CURTILAGE, estates. The open space situated within a common enclosure belonging to a dwelling-house. Vide 2 Roll, Ab. 1, l. 30; Com. dig. Grant, E 7, E 9; Russ. & Ry. 360; Id. 334, 357; Ry & Mood. 13; 2 Leach, 913; 2 Bos. & Pull. 508; 2 East, P. C. 494; Russ. & Ry. 170, 289, 322; 22 Eng. Com. Law R. 330; 1 Ch. Pr. 175; Shep. Touchs. 94.

CUSTODY. The detainer of a person by virtue of a lawful authority. To be in custody, is to be lawfully detained under arrest. Vide 14 Vin. Ab. 359; 3 Chit. Pr. 355. In another sense, custody signifies having the care and possession of a thing; as, the chancellor is entitled to the custody as the keeper of the seal.

CUSTOM. A usage which had acquired the force of law. It is, in fact, a lex loci, which regulates all local or real property within its limits. A repugnancy which destroys it, must be such as to show it never did exist. 5 T. R. 414. In Pennsylvania no customs have the force of law but those which prevail throughout the state. 6 Binn. 419, 20.

2. A custom derives its force from the tacit consent of the legislature and the people, and supposes an original, actual deed or agreement. 2 Bl. Com. 30, 31; 1 Chit. Pr. 283. Therefore, custom is the best interpreter of laws: optima est legum interpres consuetudo. Dig. 1, 8, 37; 2 Inst. 18. It follows, therefore, there; can be no custom in relation to a matter regulated by law. 8 M. R. 309. Law cannot be established or abrogated except by the sovereign will, but this will may be express or implied and presumed and whether it manifests itself by word or by a series of facts, is of little importance. When a custom is public, peaceable, uniform, general, continued, reasonable and certain, and has lasted "time whereof the memory of man runneth not to the contrary," it acquires the force of law. And when any doubts arise as to the meaning of a statute, the custom which has prevailed on the subject ought to have weight in its construction, for the manner in which a law has always been executed is one of its modes of interpretation. 4 Penn. St. Rep. 13.

3. Customs are general or, particular customs. 1. By general customs is meant the common law itself, by which proceedings and determinations in courts are guided.

2. Particular customs, are those which affect the inhabitants of some particular districts only. 1 Bl. Com. 68, 74. Vide 1 Bouv. Inst. n. 121 Bac. Ab. h. t.; 1 Bl. Com. 76; 2 Bl. Com. 31; 1 Lill. Reg. 516; 7 Vin. Ab. 164; Com. Dig. h. t.; Nelson's Ab. h. t. the various Amer. Digs. h. t. Ayl. Pand. 15, 16; Ayl. Pareg. 194; Doct. Pl. 201; 3 W. C. C. R. 150; 1 Gilp. 486; Pet. C. C. R. 220; I Edw. Ch. R. 146; 1 Gall. R. 443; 3 Watts, R. 178; 1 Rep. Const. Ct. 303, 308; 1 Caines, R. 45; 15 Mass. R. 433; 1 Hill, R. 270; Wright, R. 573; 1 N. & M. 176; 5 Binn. R. 287; 5 Ham. R. 436; 3 Conn. R. 9; 2 Pet. R. 148; 6 Pet. R. 715; 6 Porter R. 123; 2 N. H. Rep. 93; 1 Hall, R. 612; 1 Harr. & Gill, 239; 1 N. S. 192; 4 L. R. 160; 7 L. R. 529; Id. 215.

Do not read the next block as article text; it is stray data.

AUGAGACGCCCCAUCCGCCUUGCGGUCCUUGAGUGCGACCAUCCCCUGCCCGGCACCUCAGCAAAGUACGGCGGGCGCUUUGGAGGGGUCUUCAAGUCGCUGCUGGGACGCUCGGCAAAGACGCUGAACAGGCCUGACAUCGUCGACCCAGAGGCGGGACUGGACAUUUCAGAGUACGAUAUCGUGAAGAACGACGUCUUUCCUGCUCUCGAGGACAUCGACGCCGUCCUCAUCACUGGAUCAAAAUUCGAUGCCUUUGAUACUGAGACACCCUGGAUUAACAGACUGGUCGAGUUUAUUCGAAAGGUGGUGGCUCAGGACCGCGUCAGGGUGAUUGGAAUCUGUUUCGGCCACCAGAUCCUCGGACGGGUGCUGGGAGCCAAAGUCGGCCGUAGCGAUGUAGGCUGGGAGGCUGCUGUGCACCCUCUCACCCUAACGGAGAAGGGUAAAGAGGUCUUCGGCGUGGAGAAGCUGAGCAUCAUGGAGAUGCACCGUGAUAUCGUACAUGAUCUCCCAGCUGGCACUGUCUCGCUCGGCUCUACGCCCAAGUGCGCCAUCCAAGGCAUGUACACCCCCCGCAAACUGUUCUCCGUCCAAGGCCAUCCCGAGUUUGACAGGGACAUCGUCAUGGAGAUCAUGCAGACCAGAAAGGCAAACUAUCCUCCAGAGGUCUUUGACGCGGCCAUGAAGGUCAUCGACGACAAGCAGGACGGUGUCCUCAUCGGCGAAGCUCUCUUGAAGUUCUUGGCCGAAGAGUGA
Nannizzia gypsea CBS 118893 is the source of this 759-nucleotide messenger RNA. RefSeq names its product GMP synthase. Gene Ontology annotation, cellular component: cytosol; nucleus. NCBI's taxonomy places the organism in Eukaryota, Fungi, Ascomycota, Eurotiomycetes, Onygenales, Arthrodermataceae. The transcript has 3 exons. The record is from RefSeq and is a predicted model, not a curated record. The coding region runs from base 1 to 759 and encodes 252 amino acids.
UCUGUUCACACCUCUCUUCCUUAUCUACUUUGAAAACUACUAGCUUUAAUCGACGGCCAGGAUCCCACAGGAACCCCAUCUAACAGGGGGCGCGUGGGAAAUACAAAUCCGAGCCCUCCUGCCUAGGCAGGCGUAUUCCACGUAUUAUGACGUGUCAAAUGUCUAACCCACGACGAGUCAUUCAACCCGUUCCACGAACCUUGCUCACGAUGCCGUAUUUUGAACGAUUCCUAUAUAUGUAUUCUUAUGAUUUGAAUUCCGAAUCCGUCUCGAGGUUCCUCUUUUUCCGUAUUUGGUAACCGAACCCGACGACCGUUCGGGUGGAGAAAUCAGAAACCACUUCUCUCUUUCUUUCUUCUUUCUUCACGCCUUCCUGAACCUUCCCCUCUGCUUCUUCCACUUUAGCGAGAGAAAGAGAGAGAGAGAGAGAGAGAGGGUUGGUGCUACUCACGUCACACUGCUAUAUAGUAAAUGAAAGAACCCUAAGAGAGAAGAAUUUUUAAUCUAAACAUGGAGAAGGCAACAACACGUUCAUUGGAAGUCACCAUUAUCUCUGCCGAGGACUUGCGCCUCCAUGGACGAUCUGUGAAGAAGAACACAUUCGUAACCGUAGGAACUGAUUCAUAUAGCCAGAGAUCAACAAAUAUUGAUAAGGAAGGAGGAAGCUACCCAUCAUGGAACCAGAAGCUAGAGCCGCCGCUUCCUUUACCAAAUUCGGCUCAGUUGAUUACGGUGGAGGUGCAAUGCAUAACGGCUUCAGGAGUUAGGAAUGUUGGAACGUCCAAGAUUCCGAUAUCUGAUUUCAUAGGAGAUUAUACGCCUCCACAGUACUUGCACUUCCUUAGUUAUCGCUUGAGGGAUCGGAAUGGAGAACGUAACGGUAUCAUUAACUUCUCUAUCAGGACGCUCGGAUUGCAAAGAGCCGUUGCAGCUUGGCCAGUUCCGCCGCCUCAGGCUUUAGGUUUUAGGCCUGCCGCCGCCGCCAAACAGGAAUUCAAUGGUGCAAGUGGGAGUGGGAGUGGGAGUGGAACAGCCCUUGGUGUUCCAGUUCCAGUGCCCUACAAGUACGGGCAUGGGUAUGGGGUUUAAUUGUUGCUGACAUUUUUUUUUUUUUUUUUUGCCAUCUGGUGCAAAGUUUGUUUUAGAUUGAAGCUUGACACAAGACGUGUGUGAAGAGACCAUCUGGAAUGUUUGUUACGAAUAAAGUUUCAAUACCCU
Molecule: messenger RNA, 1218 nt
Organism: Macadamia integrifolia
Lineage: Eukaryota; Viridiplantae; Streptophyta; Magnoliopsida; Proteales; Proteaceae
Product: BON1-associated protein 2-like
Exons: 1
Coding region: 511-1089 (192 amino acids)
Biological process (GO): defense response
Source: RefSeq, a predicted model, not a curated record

CUSTOM OF MERCHANTS, lex mercatoria. A system of customs acknowledged and taken notice of by all nations, and are, therefore, a part of the general law of the land. See Law merchant, and 1 Chit. Bl. 76, note 9.

CUSTOM-HOUSE. A place appointed by law, in ports of entry, where importers of goods, wares and merchandise are bound to enter the same, in order to pay or secure the duties or customs due to the government.

CUSTOMARY RIGHTS. Rights which are acquired by custom. They differ from prescriptive rights in this, that the former are local usages, belonging to all the inhabitants of a particular place or district - the latter are rights of individuals, independent of the place of their residence. Best on Pres. 79; Cruise, Dig. t. 31, c. 1, 7; 2 Greenl. Evi 542.

CUSTOMS. This term is usually applied to those taxes which are payable upon goods and merchandise imported or exported. Story, Const. 949; Bac. Ab. Smuggling. CUSTOS ROTULORUM, Eng. law. The principal justice of the peace of a county, who is the keeper of the records of the county. 1 Bl. Com. 349.

TO CUT, crim. law. To wound with an instrument having a sharp edge. 1 Russ. on Cr. 577. Vide To Stab; Wound.

CY PRES, construction. These are old French words, which signify "as near as."

2. In cases where a perpetuity is attempted in a will, the courts do not, if they can avoid it, construe the devise to be utterly void, but expound the will in such a manner as to carry the testator's intentions into effect, as far as the rules respecting perpetuities will allow; this is called construction cy pres. When the perpetuity is attempted in a deed, all the Iimitations are totally void. Cruise, Dig. t. 38, c. 9, s. 34; and vide 1 Vern. 250; 2 Ves. Jr. 380, 336, 357, 364; 3 Ves. Jr. 141, 220; 4 Ves. 13; Com. Dig. Condition, L. 1; 1 Rop. Leg. 514; Swinb. pt. 4, s. 7, a. 4; Dane's Ab. Index, h. t.; Toull. Dr. Civ. Fr. liv. 3, t. 3, n. 586, 595, 611; Domat, Loix Civ. liv. 6. t. 2, s. 1; 1 Supp. to Ves. Jr. 134, 259, 317; 2 Id. 316,473; Boyle on Charities, Index, h. t.; Shelford on Mortmain, Index, h. t.; 3 Bro. C. C. 166; 2 Bro. C. C. 492; 4 Wheat. R. 1; S. C. 3 Peters, R. App. 481; 3 Peters, R. 99; 15 Ves., 232; 2 Sto. Eq. Jur. 1169.

CZAR. A title of honor which is assumed by the emperor of all the Russias. See Autocracy.

CZARINA. The title of the empress of Russia.

CZAROWITZ.. The title of the eldest son of the czar and czarina of Russia.